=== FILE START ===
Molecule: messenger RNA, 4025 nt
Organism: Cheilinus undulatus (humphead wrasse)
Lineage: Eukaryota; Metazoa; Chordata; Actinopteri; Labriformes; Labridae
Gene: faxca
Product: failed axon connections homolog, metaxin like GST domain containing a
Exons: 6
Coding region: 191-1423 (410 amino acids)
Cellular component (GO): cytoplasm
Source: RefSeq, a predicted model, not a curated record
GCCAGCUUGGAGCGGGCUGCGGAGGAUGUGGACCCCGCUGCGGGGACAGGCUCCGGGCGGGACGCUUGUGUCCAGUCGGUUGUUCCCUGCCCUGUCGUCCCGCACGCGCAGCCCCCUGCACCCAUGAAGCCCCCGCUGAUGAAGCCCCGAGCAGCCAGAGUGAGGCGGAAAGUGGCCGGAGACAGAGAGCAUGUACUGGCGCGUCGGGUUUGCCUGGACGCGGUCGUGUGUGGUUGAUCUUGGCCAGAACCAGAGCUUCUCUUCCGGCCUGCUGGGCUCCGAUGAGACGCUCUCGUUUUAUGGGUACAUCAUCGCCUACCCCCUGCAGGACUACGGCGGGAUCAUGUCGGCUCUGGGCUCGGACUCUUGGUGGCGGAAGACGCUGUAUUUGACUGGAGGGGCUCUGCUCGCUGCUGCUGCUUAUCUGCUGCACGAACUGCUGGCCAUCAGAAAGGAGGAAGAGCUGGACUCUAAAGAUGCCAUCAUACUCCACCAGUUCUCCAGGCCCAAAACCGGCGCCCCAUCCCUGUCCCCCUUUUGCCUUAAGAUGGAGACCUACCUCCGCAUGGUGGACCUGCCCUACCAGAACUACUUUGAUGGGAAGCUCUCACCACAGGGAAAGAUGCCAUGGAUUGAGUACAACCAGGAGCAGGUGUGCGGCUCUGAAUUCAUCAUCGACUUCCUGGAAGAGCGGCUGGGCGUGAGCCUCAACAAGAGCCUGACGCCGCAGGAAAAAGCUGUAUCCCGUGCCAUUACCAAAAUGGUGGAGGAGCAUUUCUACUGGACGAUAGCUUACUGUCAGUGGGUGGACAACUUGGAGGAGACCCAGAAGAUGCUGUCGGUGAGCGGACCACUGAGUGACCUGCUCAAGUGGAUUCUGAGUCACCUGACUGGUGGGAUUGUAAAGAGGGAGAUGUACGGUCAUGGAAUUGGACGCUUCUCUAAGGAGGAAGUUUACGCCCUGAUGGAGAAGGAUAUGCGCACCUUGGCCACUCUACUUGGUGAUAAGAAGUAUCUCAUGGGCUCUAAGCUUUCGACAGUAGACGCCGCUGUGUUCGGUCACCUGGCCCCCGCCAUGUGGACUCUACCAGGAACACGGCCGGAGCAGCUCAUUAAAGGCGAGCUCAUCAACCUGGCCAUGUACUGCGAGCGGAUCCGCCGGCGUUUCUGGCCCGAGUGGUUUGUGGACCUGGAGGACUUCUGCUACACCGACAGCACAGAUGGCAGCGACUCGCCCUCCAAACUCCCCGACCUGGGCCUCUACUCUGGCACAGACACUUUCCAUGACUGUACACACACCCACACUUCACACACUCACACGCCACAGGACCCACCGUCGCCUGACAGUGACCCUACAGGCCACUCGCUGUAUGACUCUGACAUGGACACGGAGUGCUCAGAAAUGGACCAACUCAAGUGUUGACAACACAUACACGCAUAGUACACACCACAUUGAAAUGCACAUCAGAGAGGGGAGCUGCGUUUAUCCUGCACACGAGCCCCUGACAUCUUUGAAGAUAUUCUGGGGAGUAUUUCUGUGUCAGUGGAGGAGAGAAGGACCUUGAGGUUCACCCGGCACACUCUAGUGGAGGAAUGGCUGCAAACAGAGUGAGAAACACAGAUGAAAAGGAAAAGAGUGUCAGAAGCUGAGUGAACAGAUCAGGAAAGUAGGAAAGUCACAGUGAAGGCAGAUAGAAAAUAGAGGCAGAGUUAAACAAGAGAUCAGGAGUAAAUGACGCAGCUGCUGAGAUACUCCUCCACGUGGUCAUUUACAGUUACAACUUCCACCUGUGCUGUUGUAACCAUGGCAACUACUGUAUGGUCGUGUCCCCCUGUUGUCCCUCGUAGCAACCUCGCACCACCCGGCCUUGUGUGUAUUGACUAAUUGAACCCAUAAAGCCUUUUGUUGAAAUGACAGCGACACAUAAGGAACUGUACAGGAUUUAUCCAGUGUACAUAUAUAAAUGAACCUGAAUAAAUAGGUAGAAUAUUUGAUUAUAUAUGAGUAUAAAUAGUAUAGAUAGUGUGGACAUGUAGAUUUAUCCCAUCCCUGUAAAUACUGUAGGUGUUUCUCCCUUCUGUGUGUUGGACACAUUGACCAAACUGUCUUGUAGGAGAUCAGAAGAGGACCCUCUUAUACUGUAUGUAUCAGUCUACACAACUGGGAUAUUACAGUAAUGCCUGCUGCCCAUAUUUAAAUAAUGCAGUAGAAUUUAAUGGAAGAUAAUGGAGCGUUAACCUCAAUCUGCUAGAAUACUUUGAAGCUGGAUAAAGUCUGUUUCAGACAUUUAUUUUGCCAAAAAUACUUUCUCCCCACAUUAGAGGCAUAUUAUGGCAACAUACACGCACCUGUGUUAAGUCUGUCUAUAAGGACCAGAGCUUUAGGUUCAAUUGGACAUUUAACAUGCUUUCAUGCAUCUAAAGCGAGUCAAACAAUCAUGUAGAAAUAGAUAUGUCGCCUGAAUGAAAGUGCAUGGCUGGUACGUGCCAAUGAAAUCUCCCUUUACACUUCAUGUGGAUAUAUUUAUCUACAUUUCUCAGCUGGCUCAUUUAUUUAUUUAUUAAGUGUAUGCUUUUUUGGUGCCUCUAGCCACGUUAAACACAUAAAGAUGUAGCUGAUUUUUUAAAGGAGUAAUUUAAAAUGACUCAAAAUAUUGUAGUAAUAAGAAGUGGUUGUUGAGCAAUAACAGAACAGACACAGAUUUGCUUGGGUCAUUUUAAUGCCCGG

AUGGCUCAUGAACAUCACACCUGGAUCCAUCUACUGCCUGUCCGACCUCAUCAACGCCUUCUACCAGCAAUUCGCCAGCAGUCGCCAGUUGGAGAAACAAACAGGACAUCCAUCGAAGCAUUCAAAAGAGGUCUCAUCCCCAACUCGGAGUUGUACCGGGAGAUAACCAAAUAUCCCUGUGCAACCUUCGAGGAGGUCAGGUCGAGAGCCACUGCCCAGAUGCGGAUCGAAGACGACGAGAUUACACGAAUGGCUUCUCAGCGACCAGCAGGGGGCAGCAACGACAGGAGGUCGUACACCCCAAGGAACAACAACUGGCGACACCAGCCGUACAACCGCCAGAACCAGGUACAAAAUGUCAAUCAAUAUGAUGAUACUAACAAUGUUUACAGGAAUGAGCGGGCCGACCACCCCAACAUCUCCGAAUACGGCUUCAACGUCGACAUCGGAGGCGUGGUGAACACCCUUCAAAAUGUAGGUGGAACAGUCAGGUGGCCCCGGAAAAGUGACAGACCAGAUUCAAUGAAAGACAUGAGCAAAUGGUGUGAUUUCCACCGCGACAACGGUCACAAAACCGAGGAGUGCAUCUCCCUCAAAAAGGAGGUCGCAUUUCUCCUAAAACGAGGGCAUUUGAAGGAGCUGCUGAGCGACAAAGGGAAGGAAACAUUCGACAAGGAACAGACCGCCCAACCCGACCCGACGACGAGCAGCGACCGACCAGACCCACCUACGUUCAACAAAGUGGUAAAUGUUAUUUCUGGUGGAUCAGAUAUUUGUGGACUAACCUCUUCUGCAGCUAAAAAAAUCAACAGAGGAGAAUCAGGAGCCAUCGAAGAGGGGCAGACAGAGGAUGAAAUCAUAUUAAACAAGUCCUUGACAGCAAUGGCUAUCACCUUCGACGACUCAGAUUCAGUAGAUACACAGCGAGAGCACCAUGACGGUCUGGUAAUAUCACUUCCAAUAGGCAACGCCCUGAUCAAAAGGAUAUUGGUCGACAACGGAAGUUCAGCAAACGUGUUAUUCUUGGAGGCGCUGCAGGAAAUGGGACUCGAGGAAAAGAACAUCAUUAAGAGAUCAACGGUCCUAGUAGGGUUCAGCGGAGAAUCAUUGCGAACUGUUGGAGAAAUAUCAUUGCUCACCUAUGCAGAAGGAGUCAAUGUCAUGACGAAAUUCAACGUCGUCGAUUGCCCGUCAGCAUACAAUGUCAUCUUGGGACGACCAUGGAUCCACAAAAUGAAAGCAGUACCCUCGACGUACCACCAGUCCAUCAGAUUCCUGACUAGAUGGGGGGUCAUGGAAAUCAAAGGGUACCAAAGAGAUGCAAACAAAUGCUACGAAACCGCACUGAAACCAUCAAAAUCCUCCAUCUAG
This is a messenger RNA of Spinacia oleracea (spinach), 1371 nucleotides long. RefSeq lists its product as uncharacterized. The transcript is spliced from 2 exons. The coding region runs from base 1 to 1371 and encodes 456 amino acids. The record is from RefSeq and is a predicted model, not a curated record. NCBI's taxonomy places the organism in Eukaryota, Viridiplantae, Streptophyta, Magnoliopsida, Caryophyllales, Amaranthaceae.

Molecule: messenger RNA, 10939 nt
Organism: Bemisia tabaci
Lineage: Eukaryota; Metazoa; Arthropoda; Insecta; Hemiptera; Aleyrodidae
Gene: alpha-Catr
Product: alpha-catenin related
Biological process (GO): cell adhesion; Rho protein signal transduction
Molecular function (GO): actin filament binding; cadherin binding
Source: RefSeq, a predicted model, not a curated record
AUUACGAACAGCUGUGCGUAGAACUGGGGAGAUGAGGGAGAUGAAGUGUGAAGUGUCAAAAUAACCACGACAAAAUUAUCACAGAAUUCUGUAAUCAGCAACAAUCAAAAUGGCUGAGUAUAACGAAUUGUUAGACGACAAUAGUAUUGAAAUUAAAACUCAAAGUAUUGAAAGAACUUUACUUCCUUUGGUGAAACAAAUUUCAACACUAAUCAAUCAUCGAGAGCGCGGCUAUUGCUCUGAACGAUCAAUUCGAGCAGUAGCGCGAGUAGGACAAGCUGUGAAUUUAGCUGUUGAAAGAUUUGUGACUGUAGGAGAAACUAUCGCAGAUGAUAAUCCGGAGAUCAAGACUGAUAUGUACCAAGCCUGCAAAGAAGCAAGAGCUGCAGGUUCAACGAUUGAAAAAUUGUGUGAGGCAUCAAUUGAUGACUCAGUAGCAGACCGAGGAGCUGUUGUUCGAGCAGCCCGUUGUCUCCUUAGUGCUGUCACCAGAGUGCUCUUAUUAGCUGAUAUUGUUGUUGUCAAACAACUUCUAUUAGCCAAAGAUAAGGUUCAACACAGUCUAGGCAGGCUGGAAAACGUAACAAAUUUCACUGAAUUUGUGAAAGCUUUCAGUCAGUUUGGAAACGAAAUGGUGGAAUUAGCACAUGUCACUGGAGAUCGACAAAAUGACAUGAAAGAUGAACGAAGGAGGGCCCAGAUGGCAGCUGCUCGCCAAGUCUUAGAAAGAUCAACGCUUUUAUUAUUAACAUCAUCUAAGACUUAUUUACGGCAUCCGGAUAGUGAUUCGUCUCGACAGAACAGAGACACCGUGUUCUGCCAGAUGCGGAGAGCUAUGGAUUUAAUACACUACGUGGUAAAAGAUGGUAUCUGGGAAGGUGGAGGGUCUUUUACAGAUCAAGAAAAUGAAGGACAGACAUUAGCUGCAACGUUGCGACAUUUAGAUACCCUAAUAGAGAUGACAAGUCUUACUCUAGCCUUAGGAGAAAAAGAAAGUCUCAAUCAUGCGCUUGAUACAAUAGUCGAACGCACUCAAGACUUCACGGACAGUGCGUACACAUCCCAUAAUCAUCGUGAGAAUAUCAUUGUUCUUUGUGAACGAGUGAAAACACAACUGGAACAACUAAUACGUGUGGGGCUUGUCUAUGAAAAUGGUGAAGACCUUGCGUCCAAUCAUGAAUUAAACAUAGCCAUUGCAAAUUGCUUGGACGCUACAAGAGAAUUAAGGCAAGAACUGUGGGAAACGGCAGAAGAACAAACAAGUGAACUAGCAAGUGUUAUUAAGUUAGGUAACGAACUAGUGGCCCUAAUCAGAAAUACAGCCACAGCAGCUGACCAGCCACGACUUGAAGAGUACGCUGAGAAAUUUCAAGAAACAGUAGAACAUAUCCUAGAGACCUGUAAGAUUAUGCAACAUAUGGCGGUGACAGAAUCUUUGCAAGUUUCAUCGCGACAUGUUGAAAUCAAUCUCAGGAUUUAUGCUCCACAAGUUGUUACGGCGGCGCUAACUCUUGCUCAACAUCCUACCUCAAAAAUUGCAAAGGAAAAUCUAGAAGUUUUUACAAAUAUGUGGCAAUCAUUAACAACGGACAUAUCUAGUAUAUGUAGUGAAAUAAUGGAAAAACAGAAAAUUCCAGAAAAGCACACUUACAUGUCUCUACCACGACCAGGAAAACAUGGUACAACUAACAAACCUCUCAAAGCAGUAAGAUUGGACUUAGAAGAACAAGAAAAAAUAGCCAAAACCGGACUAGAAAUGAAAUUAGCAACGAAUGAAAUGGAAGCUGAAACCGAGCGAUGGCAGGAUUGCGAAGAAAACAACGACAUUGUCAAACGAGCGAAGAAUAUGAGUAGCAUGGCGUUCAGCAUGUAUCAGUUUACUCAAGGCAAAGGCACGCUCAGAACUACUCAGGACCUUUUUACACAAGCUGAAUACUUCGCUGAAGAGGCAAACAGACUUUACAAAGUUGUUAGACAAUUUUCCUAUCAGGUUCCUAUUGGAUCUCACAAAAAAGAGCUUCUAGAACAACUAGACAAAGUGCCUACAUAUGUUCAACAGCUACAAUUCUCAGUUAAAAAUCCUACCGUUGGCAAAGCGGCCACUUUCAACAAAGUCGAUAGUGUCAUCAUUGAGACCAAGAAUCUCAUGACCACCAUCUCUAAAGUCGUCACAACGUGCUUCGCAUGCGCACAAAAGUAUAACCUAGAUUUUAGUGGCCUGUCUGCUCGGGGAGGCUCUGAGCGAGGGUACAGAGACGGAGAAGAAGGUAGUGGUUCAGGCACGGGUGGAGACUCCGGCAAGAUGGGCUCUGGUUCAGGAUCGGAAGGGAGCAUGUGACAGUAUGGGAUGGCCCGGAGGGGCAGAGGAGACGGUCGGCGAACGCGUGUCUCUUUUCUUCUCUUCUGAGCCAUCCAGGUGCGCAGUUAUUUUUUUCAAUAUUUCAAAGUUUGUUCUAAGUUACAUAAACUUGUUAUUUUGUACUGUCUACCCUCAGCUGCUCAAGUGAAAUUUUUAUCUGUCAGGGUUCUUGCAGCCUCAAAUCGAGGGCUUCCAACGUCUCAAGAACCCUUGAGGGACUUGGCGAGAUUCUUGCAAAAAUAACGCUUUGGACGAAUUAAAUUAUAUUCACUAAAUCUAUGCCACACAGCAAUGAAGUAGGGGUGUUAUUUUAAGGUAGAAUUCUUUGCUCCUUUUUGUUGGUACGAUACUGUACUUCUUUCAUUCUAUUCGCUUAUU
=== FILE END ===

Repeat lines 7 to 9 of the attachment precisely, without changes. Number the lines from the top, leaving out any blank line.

Coding region: 191-1423 (410 amino acids)
Cellular component (GO): cytoplasm
Source: RefSeq, a predicted model, not a curated record